Monday, January 10, 2011

Design Tips: Thinking Big for a Tiny Bathroom


Sure, a larger bath would be great, but if you simply don’t have the room or budget for something huge, then you can still pack a punch with a tiny bathroom. As long as you provide for the basic functions: bathing, toilet and brushing your teeth, plus a bit of storage space, you can be all set in a full bathroom that measures no more 40 square feet. Or less!

Here are some tips to consider.

1. Skip the tub and go for a large shower, especially if there is a tub in another bathroom in the house somewhere. Even in a large space, a cramped shower will make the whole bathroom feel tiny.

2. If you have the budget, go for a full tiled shower, and have the shower floor be a mosaic version of the same tile as the rest of the bathroom floor.

Visually this extends the floor all the way to the back wall, making the shower a part of the whole room.

3. Use a shower curtain, in white or a quiet color that coordinates well with the shower or wall color. A simple hotel-style curtain with a chrome rod works well, is machine washable and inexpensive. A curved rod will give you more elbow room, too. Keep the curtain open, and you’ll see into shower, thus making the room look bigger. In theory, a glass door accomplishes this, but in reality, unless it’s completely spotless it actually makes the space feel smaller.

4. Consider the largest sink that will fit into the space, with enough space around it for a soap dish and wide set faucets. Again, if the fixture is cramped, it makes the room feel small. A wall hung sink allows for more clear floor space, and open storage below. Or one of those sexy wall hung vanities. If you see a lot of floor, the space will feel larger.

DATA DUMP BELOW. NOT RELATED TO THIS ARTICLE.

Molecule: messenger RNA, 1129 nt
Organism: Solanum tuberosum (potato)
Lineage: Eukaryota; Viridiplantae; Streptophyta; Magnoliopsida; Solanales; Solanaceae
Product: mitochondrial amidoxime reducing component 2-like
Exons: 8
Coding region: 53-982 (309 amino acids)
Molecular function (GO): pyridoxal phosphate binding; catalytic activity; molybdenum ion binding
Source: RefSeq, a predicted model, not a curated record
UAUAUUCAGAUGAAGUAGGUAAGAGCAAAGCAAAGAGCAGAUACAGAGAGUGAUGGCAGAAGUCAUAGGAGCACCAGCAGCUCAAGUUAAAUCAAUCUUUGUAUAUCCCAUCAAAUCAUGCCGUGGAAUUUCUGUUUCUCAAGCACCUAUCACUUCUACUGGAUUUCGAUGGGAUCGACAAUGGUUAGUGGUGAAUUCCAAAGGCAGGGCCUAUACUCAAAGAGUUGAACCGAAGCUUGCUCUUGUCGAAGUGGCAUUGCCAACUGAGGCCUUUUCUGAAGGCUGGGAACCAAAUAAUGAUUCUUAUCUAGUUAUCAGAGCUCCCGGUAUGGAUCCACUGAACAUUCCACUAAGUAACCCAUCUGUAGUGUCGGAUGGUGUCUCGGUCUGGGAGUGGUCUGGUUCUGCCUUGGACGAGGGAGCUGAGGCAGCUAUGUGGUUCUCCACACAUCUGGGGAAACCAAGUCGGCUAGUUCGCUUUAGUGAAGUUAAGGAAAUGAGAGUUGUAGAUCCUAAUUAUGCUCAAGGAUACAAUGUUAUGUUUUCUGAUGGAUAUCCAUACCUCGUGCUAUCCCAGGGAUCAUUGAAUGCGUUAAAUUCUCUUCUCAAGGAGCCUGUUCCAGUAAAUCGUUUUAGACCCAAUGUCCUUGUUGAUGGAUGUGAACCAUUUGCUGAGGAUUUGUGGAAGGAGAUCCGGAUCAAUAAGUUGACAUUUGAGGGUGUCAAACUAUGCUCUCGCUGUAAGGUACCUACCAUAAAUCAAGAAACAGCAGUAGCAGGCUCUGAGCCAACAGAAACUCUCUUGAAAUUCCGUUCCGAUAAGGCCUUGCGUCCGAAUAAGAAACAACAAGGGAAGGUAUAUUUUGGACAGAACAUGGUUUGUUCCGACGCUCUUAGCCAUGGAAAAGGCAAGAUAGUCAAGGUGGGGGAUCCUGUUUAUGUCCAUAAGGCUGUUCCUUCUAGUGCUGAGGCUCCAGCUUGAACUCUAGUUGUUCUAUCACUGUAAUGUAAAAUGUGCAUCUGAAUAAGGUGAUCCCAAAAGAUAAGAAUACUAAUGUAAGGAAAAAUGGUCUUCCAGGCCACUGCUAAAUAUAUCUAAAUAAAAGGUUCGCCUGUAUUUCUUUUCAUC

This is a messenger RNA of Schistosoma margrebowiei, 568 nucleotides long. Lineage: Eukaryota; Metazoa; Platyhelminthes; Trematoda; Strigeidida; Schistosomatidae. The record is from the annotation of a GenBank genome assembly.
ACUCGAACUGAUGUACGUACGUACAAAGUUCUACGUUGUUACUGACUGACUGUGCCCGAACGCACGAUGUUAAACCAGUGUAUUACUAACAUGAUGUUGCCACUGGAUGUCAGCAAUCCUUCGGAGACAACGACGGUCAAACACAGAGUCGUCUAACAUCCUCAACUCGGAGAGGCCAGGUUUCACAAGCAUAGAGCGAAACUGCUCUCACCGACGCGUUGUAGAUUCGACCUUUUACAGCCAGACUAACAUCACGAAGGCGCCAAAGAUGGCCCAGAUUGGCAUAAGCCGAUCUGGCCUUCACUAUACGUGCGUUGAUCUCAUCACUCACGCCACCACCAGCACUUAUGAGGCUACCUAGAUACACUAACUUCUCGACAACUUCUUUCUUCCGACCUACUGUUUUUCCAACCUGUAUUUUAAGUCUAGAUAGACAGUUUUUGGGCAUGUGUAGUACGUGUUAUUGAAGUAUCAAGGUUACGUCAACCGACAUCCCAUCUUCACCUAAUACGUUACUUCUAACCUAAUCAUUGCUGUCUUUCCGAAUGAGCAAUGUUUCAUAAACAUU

5. Storage should be as open as possible. Clear or translucent glass doors encourage you to keep things neat, not messy. Wall mounted shelves can also be great space savers.

6. Medicine cabinets can hold a lot of stuff. Buy or build the biggest one you can, and make it at least 4 inches deep. The inside can be mirrored, and should have many adjustable glass shelves for easy cleaning. If code and wall depth allow, consider an outlet inside for charging electric razors and toothbrushes accessibly but out of sight.

7. Wall hung toilets can save water, as well as a ton of floor space. If you’re installing one, you may need a thicker wall, though. See manufacturer’s details or talk with your plumber for more information regarding your circumstances.

8. Shiny finishes look great and make the room feel larger and airier, but balance with rough textures to keep the bathroom from looking institutional. Matte floors (honed stone or slate, linoleum, etc.) balance out shiny wall tile and plumbing fixtures. Wall paint should be satin or semi gloss for durability and easy cleaning.

9. Good lighting is critical, and include a window or skylight if at all possible. If you have the opportunity to add lighting, consider four small down lights on the ceiling with shower trim for a neat clean appearance (two over the shower) and one or two lights over or next to the sink. Two sconces at each side of the mirror work better for makeup or shaving if there is space for them.

10. Install the quietest, most effective fan you can afford. If it’s noisy, you may not use it. If the bathroom becomes musty, it will not feel airy and clean. If the fan doesn’t move air, then what is the point?

11. Use the best faucets and showerheads you can afford. If the plumbing works well, so does your bathroom.

Until next time!

--Elaine Bothe


Images courtesy of Kallista and Duravit. See these websites for contact information for your local suppliers.

Also, visit the Better Homes and Gardens website for some more handy bathroom storage tips!

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posted by Jennifer Adams Design Group Blog @ 12:01 AM 

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